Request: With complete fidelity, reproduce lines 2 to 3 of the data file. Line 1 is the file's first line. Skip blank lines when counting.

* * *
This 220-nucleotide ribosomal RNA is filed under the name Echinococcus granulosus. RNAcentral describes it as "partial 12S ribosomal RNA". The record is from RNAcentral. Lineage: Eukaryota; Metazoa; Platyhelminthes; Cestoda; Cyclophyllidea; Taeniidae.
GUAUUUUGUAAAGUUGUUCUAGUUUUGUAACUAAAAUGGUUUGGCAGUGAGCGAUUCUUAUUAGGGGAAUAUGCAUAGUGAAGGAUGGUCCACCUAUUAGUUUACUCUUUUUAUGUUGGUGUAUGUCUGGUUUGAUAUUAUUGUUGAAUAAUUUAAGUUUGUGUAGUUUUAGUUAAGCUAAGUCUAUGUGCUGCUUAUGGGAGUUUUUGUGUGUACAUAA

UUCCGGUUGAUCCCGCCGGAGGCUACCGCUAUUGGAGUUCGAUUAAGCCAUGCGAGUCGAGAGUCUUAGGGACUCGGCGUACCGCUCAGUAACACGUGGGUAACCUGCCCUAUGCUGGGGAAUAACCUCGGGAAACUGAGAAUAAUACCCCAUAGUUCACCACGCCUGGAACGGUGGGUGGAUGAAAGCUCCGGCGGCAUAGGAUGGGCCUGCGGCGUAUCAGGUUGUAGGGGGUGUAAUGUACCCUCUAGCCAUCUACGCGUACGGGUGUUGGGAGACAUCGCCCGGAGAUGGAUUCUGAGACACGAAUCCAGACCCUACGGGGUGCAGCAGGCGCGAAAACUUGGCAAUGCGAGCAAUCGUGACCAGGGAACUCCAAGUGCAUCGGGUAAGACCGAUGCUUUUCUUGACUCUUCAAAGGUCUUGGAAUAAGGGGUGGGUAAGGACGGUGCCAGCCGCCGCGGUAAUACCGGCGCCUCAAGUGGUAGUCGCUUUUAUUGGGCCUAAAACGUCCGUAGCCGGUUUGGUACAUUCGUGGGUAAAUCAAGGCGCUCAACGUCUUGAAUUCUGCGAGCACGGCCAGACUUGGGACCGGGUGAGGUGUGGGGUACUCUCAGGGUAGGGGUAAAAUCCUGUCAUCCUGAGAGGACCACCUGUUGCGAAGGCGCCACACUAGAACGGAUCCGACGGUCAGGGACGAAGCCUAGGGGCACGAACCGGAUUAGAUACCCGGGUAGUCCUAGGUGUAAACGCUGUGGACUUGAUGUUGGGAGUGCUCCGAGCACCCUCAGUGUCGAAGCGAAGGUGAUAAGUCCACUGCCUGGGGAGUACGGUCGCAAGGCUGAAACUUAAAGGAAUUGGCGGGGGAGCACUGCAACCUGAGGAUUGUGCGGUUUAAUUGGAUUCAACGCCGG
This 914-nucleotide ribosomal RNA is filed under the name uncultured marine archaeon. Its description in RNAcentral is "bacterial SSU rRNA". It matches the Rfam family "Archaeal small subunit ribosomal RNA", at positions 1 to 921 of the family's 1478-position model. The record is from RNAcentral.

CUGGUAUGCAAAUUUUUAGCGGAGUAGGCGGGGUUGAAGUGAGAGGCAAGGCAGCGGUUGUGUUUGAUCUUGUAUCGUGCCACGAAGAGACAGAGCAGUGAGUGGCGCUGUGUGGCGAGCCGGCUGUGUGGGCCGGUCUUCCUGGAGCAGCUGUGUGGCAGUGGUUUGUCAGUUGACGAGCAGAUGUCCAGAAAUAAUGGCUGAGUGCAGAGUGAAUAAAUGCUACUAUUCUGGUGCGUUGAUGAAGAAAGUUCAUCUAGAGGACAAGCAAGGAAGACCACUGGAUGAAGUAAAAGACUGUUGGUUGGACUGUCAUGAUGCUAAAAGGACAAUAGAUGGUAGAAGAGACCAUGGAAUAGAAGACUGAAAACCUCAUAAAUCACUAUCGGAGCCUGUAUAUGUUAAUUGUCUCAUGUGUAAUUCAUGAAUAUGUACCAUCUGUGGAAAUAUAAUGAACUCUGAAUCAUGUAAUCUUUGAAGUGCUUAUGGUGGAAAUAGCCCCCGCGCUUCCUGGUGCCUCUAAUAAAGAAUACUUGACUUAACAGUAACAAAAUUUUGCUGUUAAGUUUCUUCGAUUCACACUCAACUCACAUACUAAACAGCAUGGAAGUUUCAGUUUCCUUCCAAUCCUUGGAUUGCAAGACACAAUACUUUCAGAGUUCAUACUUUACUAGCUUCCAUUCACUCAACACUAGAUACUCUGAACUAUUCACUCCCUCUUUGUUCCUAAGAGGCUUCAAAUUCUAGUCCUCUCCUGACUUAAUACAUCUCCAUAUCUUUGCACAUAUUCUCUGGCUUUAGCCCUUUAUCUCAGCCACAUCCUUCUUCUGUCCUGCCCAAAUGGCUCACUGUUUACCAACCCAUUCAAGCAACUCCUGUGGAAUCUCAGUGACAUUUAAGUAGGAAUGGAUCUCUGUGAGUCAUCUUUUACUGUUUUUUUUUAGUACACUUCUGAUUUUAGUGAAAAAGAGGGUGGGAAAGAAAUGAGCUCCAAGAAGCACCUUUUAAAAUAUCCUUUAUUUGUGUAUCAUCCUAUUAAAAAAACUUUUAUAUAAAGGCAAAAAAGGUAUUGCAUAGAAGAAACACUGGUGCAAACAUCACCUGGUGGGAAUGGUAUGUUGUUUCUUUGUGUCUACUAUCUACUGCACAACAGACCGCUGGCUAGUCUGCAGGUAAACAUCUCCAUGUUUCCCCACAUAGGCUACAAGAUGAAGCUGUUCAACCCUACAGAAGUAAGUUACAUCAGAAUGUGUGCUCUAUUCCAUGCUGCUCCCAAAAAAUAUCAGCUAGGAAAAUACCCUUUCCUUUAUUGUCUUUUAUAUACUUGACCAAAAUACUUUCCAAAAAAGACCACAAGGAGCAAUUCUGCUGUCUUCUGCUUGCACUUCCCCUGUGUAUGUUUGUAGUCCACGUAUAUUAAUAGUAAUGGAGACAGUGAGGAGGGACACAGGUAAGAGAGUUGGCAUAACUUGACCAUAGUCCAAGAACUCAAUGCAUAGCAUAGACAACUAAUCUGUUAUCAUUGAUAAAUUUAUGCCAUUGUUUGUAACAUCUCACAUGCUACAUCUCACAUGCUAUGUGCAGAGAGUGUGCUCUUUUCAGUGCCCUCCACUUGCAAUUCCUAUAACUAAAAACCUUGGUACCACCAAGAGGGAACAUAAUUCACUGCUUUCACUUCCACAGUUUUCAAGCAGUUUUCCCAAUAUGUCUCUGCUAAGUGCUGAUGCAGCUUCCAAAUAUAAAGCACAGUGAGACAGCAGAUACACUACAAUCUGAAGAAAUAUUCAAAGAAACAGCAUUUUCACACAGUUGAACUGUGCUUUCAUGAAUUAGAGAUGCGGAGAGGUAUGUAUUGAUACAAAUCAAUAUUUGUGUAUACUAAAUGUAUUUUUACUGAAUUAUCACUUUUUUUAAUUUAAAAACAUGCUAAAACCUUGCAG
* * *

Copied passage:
GUAUUUUGUAAAGUUGUUCUAGUUUUGUAACUAAAAUGGUUUGGCAGUGAGCGAUUCUUAUUAGGGGAAUAUGCAUAGUGAAGGAUGGUCCACCUAUUAGUUUACUCUUUUUAUGUUGGUGUAUGUCUGGUUUGAUAUUAUUGUUGAAUAAUUUAAGUUUGUGUAGUUUUAGUUAAGCUAAGUCUAUGUGCUGCUUAUGGGAGUUUUUGUGUGUACAUAA

UUCCGGUUGAUCCCGCCGGAGGCUACCGCUAUUGGAGUUCGAUUAAGCCAUGCGAGUCGAGAGUCUUAGGGACUCGGCGUACCGCUCAGUAACACGUGGGUAACCUGCCCUAUGCUGGGGAAUAACCUCGGGAAACUGAGAAUAAUACCCCAUAGUUCACCACGCCUGGAACGGUGGGUGGAUGAAAGCUCCGGCGGCAUAGGAUGGGCCUGCGGCGUAUCAGGUUGUAGGGGGUGUAAUGUACCCUCUAGCCAUCUACGCGUACGGGUGUUGGGAGACAUCGCCCGGAGAUGGAUUCUGAGACACGAAUCCAGACCCUACGGGGUGCAGCAGGCGCGAAAACUUGGCAAUGCGAGCAAUCGUGACCAGGGAACUCCAAGUGCAUCGGGUAAGACCGAUGCUUUUCUUGACUCUUCAAAGGUCUUGGAAUAAGGGGUGGGUAAGGACGGUGCCAGCCGCCGCGGUAAUACCGGCGCCUCAAGUGGUAGUCGCUUUUAUUGGGCCUAAAACGUCCGUAGCCGGUUUGGUACAUUCGUGGGUAAAUCAAGGCGCUCAACGUCUUGAAUUCUGCGAGCACGGCCAGACUUGGGACCGGGUGAGGUGUGGGGUACUCUCAGGGUAGGGGUAAAAUCCUGUCAUCCUGAGAGGACCACCUGUUGCGAAGGCGCCACACUAGAACGGAUCCGACGGUCAGGGACGAAGCCUAGGGGCACGAACCGGAUUAGAUACCCGGGUAGUCCUAGGUGUAAACGCUGUGGACUUGAUGUUGGGAGUGCUCCGAGCACCCUCAGUGUCGAAGCGAAGGUGAUAAGUCCACUGCCUGGGGAGUACGGUCGCAAGGCUGAAACUUAAAGGAAUUGGCGGGGGAGCACUGCAACCUGAGGAUUGUGCGGUUUAAUUGGAUUCAACGCCGG